SA cautiously backs EU pact
SOUTH AFRICA in principle backed a free-trade agreement with the European Union in the first round of trade negotiations on Friday.
Sources close to the talks stressed, however, that the SA delegation spent the first day of the two-day talks emphasising the impact of the EU deal on SA industry and the southern African region. They cautioned about the impact of an open market on companies in the region.
"This was the first opportunity we had to listen to the views of the South Africans. They have previously indicated to us their support for a free-trade deal but are obviously concerned about the timing and asymmetrical approach that underlies it," a senior EU negotiator said.
The EU has proposed lifting tariffs and duties on most SA exports to Europe in return for a phased opening up of the SA market to European exports over a period of time to be negotiated.
SA officials called on the EU to rethink its approach, to ensure any accord was a wider package to promote development in the region, rather than just a reciprocal deal to cut industrial and agricultural tariffs.
The two-day meeting, which ended yesterday, was largely devoted to establishing ground rules and setting the agenda for future negotiations. Analysts expect the talks to conclude by year-end.
Prior to this week's Pretoria meeting both sides said they were committed to reaching agreement on a package which could reap rich rewards for their export industries.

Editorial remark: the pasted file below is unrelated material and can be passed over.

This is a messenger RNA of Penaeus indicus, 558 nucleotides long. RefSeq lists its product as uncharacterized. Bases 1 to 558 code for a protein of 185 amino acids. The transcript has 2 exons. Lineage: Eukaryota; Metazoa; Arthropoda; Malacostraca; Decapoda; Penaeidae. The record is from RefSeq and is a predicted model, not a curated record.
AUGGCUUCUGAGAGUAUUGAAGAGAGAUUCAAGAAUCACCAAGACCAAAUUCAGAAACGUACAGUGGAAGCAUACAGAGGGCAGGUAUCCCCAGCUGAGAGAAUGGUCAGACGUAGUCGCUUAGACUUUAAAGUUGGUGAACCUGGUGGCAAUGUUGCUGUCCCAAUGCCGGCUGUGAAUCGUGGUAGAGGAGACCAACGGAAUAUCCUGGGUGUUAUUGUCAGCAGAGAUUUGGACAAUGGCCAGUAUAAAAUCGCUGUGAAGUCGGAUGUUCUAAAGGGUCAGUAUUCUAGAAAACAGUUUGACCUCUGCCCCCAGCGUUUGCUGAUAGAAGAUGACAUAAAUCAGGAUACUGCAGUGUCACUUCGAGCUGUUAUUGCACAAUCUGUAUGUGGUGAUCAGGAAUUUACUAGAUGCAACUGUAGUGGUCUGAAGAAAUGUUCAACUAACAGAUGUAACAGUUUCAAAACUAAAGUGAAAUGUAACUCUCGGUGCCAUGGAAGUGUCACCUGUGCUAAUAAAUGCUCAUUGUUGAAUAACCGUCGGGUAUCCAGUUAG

"We hope that the negotiations will be very constructive and see the establishment of cordial relations," said SA ambassador to the EU and head of the delegation, Eltie Links.
EU officials have been waiting for over ten months for a response from South Africa to the bloc's initial call last March for negotiations on a free-trade deal with Pretoria, writes Sapa-DPA.
The free-trade pact aims to ensure a reciprocal reduction of European and SA tariffs in both the industrial and farm sectors.
But in a bid to protect European farmers from SA competition, the EU mandate calls for the exclusion of nearly 40% of SA agricultural products from the future free-trade deal.
The EU, however, has pointed out that 96% of South Africa's exports would still enter the EU duty free. The restrictions placed on SA farm exports, and the fact that the country is being offered only partial membership in the Lomé Convention, the trade and aid deal which links the EU to 70 African, Caribbean and Pacific states, has irked Pretoria, which says that the EU is reneging on its promise to aid SA development.
Pretoria officials have also expressed concern that the free trade deal will lead to a loss of income from customs tariffs for members of the Southern African Customs Union, which comprises South Africa, Swaziland, Botswana, Lesotho and Namibia.
Earlier this week, EU chief negotiator Philippe Soubestre said that given its level of economic development, South Africa could not be given the restriction-free access to European markets accorded to other, poorer African states.